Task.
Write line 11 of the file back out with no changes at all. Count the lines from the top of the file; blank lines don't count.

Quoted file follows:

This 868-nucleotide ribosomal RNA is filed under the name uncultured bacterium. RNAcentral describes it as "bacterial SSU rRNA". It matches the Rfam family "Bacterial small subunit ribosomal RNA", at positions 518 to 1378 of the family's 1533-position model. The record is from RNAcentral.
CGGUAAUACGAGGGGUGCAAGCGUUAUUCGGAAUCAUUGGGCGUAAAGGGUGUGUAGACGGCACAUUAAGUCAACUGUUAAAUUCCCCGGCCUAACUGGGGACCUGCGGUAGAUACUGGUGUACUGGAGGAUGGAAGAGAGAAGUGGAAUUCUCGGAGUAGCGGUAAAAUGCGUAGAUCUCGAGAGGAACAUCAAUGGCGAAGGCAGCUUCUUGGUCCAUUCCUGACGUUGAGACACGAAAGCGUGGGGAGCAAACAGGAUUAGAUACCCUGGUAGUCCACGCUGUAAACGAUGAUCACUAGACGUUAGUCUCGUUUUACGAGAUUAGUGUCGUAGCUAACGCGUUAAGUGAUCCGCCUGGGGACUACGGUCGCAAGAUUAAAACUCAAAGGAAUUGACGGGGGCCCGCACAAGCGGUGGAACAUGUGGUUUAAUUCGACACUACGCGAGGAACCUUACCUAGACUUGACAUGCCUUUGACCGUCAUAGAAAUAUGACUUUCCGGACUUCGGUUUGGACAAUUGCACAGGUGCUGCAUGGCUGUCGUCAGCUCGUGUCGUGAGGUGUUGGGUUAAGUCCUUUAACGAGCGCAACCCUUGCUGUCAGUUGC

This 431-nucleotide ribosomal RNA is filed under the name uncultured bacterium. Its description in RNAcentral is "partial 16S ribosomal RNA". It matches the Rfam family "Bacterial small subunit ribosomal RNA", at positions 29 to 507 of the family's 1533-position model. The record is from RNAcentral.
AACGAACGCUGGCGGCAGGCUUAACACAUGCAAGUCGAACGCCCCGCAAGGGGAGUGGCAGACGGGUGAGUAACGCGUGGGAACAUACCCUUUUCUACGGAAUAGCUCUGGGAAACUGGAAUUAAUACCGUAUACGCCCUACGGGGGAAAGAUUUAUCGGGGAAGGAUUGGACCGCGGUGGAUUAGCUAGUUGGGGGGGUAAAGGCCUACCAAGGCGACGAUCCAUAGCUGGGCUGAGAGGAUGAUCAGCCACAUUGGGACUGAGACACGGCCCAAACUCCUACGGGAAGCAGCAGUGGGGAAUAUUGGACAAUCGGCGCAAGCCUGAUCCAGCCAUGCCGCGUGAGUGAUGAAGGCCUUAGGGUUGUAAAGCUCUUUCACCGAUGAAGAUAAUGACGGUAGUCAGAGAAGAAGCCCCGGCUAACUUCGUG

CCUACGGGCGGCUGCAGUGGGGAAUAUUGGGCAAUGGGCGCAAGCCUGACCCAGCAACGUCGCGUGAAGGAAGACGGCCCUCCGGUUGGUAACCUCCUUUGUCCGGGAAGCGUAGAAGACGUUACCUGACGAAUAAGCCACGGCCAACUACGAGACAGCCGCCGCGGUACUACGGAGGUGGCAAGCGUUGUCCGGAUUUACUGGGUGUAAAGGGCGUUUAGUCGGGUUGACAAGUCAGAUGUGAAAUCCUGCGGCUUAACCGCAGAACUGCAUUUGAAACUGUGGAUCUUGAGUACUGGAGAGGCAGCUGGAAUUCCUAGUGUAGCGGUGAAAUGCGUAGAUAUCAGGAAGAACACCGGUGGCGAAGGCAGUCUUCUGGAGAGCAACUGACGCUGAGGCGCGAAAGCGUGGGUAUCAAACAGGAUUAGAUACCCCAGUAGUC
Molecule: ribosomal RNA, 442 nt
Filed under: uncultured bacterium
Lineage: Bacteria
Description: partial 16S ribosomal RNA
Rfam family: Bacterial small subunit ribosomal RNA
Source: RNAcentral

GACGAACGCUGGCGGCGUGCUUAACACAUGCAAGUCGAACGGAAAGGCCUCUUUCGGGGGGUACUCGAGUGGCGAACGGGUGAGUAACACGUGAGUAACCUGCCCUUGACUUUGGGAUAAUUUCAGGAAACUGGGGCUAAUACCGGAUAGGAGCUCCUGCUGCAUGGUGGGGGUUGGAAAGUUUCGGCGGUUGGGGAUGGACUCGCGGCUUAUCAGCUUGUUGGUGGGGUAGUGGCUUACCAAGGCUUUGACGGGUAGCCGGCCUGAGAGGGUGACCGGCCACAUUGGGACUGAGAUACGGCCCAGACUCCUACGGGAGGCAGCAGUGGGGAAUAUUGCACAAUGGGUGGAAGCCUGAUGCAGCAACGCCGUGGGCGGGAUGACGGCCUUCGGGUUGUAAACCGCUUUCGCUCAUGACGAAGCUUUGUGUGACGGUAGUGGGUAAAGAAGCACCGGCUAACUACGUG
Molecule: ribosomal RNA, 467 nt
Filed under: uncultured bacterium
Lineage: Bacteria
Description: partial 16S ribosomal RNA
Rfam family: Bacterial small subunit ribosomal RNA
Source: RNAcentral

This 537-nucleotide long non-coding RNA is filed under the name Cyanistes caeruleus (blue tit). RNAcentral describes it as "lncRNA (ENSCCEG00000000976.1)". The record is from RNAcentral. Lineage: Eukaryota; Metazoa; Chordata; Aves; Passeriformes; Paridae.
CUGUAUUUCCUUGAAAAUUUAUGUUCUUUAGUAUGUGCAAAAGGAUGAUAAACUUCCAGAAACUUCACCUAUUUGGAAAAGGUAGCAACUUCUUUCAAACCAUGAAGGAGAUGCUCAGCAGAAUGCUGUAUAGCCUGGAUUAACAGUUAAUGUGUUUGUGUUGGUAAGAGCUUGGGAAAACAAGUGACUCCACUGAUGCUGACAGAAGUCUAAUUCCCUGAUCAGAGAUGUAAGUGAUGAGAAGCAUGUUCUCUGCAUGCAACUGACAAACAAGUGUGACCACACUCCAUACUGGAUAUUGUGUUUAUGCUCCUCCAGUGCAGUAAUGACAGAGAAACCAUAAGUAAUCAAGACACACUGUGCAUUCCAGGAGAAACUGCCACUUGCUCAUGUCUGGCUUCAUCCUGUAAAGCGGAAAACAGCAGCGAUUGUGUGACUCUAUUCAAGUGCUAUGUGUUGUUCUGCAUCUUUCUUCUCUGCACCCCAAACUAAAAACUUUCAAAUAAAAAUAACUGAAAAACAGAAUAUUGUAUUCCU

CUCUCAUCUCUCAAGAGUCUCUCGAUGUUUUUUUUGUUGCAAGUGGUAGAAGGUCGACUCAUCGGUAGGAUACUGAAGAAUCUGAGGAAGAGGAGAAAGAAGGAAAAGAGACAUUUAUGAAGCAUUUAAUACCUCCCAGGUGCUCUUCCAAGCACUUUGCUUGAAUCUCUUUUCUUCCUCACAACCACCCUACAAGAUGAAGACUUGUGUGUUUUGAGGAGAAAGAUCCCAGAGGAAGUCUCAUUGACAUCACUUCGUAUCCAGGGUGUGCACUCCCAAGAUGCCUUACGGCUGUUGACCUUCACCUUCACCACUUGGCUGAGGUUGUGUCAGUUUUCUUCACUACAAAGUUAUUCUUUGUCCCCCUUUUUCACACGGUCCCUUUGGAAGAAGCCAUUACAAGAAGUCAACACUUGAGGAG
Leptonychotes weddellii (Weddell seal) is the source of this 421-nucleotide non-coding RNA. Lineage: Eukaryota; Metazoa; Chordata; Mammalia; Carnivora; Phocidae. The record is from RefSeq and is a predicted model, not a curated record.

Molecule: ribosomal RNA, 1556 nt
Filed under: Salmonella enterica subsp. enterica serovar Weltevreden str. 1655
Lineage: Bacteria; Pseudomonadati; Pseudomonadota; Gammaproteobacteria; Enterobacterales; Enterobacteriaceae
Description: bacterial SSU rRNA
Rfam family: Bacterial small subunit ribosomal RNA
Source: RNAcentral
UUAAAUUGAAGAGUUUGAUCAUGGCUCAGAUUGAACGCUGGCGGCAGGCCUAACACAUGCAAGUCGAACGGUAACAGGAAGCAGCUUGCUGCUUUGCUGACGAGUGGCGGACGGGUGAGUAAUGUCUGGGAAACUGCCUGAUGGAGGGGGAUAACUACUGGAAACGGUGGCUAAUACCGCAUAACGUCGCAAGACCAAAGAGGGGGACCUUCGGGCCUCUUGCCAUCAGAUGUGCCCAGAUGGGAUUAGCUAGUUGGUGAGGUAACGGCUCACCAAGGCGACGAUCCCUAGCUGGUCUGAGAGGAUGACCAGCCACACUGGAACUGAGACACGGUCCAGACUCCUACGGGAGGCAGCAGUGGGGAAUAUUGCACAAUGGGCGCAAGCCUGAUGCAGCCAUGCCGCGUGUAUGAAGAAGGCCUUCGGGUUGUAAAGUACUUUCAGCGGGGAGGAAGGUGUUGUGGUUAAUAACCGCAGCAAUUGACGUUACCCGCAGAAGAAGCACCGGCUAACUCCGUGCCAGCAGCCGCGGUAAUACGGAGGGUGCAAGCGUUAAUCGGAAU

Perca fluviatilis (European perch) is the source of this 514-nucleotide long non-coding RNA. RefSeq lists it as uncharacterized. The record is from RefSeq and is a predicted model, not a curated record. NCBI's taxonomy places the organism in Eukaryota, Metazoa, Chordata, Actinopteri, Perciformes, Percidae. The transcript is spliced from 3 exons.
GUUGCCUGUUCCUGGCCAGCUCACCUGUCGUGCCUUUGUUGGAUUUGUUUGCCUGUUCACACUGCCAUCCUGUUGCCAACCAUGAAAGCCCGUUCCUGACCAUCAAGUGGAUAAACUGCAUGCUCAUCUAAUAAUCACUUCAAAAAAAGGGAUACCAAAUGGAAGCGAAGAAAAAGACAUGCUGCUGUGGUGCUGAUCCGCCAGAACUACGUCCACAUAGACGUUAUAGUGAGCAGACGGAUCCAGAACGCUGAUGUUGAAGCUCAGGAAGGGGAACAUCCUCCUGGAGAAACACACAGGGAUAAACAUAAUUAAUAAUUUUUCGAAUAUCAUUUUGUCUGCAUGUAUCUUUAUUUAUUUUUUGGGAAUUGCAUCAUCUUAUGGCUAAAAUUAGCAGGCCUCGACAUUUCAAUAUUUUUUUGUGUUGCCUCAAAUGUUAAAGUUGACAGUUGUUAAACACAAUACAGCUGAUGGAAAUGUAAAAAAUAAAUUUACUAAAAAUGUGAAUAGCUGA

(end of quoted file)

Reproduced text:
Source: RNAcentral